Exports of oil come mainly from the western provinces, while the eastern regions, those with the highest populations, must import much of the energy products they consume. Canada exported 1.88 million bbl/d of crude oil and 2.59 million bbl/d of total oil to the United States in 2010. The United States is the main market, consuming essentially all (99 percent) of Canadian petroleum exports. At the same time, Canada is the largest supplier of crude oil to the US market, contributing approximately 22 percent of total oil imports. With the potential demand growth in Asia, however, Canada is seeking to diversify its export markets, though this shift will be gradual.
According to the Canadian Energy Pipeline Association (CEPA), Canada has a network for the transportation of crude oil encompassing over 62,000 miles of pipeline under operation. Canada’s crude pipeline system is concentrated in the western provinces and largely oriented toward exports to the U.S. market. Three Canadian companies operate the majority of export pipelines: Enbridge, Kinder Morgan, and TransCanada. Canada does not have the refining and processing capacity that is present in the U.S. Midwest, necessitating imports of refined products from the United States.
Various companies operate several domestic pipeline systems that complement the export infrastructure. Pembina Pipeline, Spectra Energy, Access Pipeline, and Inter Pipeline all operate systems in Western Canada. In July of 2010, Pembina was approved for the construction and operation of the Nipisi Pipeline Project, which is a combination of heavy crude and condensate pipelines originating in Northwestern Alberta and destined for processing in Edmonton. Kinder Morgan operates the Trans Mountain Pipeline System, transporting crude oil and refined products. Product originates in Edmonton, Alberta and travels to various marketing and refining stations near Vancouver, B.C. It is the only pipeline that transports oil and petroleum products to the west coast of North America.
Enbridge operates the largest export oil pipeline network, the Canadian Mainline and Lakehead Systems. This 3,300-mile network carries 2 million bbl/d of oil from Edmonton, Alberta to Quebec and the U.S. Midwest. Around 70 percent of Canada’s oil exports travel through this system. During the summer of 2010, leaks in three of the main pipelines in this system adversely impacted the export of crude oil from Alberta to the United States, causing some firms to shut in as much as 10,000 bbl/d. Kinder Morgan operates the other major oil pipeline between Canada and the United States. The Express and Platte Lines transport crude from Hardisty, Alberta, an emerging Canadian oil hub, to Wyoming, Colorado and Utah, connecting to pipelines bound for Illinois. TransCanada has gained a foothold in Canada’s crude export market with its Keystone Project. Once finished, the Keystone Pipeline System, including the Keystone XL extending to the Gulf, would reach 3,811 miles. This pipeline system will carry Canadian heavy crude to refineries in the United States, then transport it to the GulfCoast for delivery to international markets.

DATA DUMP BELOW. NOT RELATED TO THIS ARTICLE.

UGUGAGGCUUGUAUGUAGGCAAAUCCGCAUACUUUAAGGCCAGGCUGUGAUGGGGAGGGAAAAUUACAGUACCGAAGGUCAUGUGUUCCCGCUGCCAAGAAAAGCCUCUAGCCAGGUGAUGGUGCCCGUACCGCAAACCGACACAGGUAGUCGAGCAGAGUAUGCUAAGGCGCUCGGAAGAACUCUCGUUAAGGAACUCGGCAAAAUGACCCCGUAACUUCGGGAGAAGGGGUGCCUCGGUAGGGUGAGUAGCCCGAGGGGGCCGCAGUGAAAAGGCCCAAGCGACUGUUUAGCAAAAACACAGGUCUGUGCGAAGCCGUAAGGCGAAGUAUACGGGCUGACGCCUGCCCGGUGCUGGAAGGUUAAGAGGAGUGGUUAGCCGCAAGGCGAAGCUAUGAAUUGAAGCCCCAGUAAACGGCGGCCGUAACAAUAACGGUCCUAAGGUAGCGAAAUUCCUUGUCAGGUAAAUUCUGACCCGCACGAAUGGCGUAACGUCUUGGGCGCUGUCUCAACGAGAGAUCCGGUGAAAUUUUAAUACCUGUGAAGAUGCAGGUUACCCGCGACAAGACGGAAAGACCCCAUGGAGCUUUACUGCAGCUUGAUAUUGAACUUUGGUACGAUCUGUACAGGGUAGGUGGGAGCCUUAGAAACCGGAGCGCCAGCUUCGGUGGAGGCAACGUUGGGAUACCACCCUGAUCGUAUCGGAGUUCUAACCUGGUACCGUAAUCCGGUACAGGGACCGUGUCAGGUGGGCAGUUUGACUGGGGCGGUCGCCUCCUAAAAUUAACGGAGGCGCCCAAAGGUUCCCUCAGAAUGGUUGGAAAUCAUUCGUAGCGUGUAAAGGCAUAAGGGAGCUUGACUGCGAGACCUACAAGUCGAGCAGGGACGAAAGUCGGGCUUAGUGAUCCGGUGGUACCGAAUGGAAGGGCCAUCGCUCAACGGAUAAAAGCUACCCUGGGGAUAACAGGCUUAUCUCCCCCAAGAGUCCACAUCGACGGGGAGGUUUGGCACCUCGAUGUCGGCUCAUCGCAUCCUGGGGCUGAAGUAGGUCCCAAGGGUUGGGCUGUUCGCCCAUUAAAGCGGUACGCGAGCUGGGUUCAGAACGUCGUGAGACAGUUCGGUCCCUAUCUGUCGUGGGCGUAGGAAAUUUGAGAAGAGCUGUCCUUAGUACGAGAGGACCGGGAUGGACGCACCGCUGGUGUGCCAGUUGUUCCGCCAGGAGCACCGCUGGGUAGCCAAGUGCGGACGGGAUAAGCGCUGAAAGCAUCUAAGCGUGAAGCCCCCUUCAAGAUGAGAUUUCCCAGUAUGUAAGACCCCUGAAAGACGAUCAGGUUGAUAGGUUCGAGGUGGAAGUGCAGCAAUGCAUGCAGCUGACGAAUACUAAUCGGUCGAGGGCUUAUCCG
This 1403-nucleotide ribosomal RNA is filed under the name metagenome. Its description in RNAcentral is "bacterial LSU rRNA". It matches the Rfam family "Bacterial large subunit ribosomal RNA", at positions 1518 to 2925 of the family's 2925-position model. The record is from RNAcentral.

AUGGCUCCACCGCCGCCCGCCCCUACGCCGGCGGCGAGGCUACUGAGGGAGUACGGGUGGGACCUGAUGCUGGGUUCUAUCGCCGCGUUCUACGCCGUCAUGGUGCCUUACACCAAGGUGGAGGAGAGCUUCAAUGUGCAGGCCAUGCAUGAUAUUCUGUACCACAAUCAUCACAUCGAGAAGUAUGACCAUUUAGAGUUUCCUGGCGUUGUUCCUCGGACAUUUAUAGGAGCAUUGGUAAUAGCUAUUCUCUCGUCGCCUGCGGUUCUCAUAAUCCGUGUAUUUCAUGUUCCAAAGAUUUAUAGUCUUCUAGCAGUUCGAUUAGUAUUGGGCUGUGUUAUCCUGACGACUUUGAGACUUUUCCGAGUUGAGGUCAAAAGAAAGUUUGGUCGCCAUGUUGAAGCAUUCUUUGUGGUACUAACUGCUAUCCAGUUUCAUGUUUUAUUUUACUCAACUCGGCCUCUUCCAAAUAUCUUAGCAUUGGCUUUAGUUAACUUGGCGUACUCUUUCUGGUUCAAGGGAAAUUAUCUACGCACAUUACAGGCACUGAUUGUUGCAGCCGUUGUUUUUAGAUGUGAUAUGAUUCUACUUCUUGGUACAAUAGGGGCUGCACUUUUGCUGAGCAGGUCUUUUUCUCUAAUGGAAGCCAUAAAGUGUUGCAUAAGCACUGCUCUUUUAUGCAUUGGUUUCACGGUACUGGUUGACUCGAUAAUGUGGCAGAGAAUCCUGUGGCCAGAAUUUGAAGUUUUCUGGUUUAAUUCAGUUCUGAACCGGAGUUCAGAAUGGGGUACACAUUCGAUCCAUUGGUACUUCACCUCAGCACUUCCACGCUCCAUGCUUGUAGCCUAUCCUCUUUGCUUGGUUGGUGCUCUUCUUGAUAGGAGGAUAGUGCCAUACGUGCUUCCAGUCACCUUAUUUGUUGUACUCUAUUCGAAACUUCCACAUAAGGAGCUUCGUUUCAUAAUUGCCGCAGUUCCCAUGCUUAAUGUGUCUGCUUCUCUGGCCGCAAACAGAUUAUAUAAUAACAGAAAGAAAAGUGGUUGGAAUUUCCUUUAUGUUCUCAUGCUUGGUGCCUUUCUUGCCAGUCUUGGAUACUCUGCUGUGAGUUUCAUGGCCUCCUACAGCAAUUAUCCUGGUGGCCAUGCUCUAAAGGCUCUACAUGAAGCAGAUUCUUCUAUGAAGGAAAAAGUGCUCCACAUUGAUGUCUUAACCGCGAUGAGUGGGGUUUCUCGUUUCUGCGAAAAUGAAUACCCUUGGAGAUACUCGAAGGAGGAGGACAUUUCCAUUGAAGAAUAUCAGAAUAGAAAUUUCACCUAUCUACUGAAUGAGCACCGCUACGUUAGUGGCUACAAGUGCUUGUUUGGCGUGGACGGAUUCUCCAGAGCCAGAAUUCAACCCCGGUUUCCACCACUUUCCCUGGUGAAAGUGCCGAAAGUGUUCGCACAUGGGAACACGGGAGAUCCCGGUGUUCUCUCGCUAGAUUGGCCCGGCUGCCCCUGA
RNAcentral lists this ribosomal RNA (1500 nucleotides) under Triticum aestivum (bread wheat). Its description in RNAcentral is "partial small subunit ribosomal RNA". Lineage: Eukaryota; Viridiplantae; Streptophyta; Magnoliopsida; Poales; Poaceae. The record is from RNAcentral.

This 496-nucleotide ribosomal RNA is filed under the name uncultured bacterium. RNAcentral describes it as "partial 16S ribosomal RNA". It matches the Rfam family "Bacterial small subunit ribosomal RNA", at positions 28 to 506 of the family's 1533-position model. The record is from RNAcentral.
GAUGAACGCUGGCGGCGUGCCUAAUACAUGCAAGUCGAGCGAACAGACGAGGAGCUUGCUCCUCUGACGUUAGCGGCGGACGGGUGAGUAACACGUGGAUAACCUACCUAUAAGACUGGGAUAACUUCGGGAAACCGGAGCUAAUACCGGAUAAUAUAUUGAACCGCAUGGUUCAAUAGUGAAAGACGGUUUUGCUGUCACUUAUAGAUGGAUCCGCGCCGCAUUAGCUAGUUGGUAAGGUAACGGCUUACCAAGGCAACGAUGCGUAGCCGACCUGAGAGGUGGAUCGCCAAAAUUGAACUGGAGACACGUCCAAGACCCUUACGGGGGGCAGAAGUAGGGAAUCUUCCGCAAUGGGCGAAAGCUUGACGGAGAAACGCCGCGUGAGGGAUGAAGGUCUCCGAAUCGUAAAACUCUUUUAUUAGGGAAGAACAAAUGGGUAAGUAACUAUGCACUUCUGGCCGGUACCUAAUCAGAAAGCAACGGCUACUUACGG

In the wake of the financial crisis, large up-front capital investments such as upgraders and refineries have become less viable. This has led to cancellation of upgrader and refinery projects, bolstering plans for pipelines to the US refining sector. In July 2010, Enbridge began commercial operation of the Alberta Clipper pipeline, an expansion of an initial 450,000 bbl/d to an eventual 800,000 bbl/d to Enbridge’s current capacity. The Southern Lights pipeline, a parallel pipeline to the Alberta Clipper, transports lighter hydrocarbons back to Alberta to be used as diluent in processing and transporting bitumen.
Enbridge has also proposed the Northern Gateway Pipeline Project. This pipeline system will carry crude oil to the planned Kitimat Terminal, on the western coast of British Columbia. Kitimat will provide diversification to Canadian exports, allowing access to Asian markets. The crude will be sourced from Edmonton. A parallel pipeline will carry condensate used as diluent back to Edmonton for reuse. The flow rate for the incoming crude will ultimately reach a plateau throughput of 1 million bbl/d. Several firms are also assessing the feasibility of other potential terminals to facilitate exports to Asia-Pacific region.